Any intercooler install on a modern Ford requires removing the front bumper cover. There are numerous fasteners holding it in place, so take your time. And, be sure not to forget the two hidden in the wheel well at the upper corners of the fascia. If you try to pop the nose off without removing these, you will break the tabs.

“Full-Race began working with prototype EcoBoost engines in 2010. We began by developing prototype turbo kits for the 3.5 F-150 EcoBoost and 2.0-liter Focus ST/Fusion,” Geoff Racier, Mechanical Engineer, Designer, and CEO at Full Race, said. “This 2.0-liter program was later turned into the Mustang twin-scroll.”

Since that time, Full Race has rolled out a number of products for EcoBoost Fords, and they event built a sweet EcoBoost Mustang for last year’s SEMA Show that featured an upgraded turbo kit and more. Part of that kit is a new intercooler, which Rev Auto chose for its Mustang project, as the factory turbo can quickly heat soak and deliver discharge temps 50 to 70 degrees above ambient.

As with the majority of aftermarket intercoolers, installing the Full Race unit means removing the factory Active Grille Shutters. These are meant to block off the intercooler at highway speeds to maximize fuel economy. They are great for that, but they do limit airflow across the intercooler core as a result. The larger intercoolers leave no room to retain them.
As with the majority of aftermarket intercoolers, installing the Full Race unit means removing the factory Active Grille Shutters. These are meant to block off the intercooler at highway speeds to maximize fuel economy. They are great for that, but they do limit airflow across the intercooler core as a result. The larger intercoolers leave no room to retain them.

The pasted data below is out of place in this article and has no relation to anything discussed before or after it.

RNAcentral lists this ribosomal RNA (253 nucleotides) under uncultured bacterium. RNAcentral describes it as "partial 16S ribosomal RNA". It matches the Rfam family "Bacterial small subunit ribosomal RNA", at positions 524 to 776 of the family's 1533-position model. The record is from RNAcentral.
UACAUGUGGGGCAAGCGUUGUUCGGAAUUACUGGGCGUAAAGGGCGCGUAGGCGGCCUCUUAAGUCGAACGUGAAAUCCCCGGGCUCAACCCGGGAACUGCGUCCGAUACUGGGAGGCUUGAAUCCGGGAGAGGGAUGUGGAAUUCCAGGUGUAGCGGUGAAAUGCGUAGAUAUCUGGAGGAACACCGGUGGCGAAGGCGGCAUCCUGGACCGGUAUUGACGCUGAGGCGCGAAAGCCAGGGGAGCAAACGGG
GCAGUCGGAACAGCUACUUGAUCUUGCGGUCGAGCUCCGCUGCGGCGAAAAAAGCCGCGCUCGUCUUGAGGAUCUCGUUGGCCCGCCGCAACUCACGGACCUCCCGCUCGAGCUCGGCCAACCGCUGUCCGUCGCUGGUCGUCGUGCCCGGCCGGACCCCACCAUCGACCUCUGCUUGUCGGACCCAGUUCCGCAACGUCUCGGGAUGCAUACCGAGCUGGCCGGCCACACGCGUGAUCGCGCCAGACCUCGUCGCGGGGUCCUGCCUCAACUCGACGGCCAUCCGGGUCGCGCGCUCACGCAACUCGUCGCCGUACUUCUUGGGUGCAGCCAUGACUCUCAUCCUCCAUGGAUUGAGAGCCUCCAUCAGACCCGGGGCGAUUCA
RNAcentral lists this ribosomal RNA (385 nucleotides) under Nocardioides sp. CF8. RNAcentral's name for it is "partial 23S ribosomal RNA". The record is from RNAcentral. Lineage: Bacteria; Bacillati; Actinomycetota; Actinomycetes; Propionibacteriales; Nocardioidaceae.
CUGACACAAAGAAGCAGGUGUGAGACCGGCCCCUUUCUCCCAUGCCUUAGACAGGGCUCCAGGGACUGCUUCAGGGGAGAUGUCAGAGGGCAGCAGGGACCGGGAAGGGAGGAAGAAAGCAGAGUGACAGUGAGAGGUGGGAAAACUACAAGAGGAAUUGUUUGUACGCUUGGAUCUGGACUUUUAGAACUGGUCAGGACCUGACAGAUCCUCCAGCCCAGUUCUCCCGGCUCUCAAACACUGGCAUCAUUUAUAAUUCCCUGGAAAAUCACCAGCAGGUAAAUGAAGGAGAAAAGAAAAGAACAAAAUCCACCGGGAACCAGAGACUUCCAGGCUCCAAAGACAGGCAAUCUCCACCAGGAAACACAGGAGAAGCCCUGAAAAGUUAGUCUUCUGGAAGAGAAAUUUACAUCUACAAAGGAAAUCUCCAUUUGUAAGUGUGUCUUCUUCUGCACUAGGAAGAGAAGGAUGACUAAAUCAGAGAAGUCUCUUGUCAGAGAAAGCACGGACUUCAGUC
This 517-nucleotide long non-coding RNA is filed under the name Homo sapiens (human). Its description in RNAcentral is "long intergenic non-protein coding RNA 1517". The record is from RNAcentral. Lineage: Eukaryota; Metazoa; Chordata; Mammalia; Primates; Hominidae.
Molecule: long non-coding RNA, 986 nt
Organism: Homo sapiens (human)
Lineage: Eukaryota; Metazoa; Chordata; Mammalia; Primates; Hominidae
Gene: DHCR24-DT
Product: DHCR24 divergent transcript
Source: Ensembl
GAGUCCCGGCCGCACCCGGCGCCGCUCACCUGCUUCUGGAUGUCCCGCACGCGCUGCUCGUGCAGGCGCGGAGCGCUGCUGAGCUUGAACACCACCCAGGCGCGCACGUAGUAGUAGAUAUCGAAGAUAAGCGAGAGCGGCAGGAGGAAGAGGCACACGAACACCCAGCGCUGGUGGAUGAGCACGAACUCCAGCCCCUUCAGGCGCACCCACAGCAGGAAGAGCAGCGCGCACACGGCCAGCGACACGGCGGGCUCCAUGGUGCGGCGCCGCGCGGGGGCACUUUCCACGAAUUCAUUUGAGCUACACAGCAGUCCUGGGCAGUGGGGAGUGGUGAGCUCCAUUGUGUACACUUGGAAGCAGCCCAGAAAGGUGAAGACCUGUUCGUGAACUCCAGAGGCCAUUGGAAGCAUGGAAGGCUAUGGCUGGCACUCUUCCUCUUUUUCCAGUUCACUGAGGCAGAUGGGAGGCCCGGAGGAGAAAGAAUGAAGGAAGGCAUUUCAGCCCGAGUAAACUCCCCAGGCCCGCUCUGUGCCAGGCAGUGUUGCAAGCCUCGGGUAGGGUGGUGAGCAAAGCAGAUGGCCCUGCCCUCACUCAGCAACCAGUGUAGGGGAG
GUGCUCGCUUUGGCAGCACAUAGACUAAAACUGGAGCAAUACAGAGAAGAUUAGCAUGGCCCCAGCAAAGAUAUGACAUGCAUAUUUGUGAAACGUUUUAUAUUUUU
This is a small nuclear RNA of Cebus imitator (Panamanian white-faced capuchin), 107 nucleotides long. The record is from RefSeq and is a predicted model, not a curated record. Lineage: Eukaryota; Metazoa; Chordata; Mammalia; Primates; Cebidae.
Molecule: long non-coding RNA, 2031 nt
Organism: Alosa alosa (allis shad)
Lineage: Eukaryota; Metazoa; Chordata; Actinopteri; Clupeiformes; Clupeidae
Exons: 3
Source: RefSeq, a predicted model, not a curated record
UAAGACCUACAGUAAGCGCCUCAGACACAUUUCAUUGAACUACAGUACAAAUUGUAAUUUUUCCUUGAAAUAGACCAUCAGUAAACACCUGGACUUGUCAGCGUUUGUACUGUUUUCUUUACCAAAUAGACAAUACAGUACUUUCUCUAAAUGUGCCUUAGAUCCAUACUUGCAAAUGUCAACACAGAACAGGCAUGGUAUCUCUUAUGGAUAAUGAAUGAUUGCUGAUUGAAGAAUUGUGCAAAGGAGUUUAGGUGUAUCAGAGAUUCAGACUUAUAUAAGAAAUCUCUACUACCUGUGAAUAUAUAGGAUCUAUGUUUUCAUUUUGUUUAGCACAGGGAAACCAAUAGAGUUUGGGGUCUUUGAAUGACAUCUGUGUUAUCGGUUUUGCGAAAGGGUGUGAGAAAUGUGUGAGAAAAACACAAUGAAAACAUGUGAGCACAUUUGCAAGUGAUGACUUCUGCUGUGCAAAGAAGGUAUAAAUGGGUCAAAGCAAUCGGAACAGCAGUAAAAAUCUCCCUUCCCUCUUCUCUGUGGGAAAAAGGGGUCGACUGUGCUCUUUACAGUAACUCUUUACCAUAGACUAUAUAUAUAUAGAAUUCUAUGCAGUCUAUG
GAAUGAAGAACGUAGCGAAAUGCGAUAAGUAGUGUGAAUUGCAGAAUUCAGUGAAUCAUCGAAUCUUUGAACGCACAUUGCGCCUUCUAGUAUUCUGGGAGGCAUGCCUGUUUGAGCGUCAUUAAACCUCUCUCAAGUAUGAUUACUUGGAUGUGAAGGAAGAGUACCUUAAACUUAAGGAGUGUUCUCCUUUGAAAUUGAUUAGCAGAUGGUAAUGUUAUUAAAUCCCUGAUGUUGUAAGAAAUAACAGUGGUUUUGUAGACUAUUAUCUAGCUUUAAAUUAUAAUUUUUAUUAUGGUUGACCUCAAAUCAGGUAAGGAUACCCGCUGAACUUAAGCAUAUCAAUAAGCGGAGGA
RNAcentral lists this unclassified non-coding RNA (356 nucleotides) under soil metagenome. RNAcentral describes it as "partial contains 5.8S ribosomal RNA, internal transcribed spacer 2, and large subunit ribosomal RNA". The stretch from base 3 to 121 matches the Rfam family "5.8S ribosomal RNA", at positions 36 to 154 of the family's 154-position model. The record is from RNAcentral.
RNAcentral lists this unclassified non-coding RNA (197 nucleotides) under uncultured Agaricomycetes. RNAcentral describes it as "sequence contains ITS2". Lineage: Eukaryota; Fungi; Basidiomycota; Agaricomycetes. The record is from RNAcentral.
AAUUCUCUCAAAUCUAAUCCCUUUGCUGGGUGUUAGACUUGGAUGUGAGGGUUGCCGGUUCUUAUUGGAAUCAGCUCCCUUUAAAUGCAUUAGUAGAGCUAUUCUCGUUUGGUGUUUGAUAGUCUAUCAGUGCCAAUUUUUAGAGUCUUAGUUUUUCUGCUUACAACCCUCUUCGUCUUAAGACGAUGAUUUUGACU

“The Full-Race intercooler is very consistent, and under the identical conditions we have seen 15 to 20 degrees max above ambient,” Geoff added. “Cooler air is more dense and improves combustion while lowering EGT. There is no performance benefit to hot charge-air temps on a turbo engine.”

In addition to the intercooler, the Rev Auto crew also replaced the factory downpipe with a high-flow unit from Woodbine Motorsports. So, with cooler inlet temps and a freer flowing exhaust, Dasan’s Mustang just needed a calibration.

“From a tuning perspective there weren’t that many changes, I turned off the Active Grille Shutter enable switch since it gets deleted with the Full Race intercooler, and I also made some minor tweaks to the torque tables and adjusted for the high flow exhaust,” Adam explained.

With the new cal in the PCM, Adam hit the dyno and could immediately see the fruits of his labors. The larger Full Race intercooler was definitely doing work.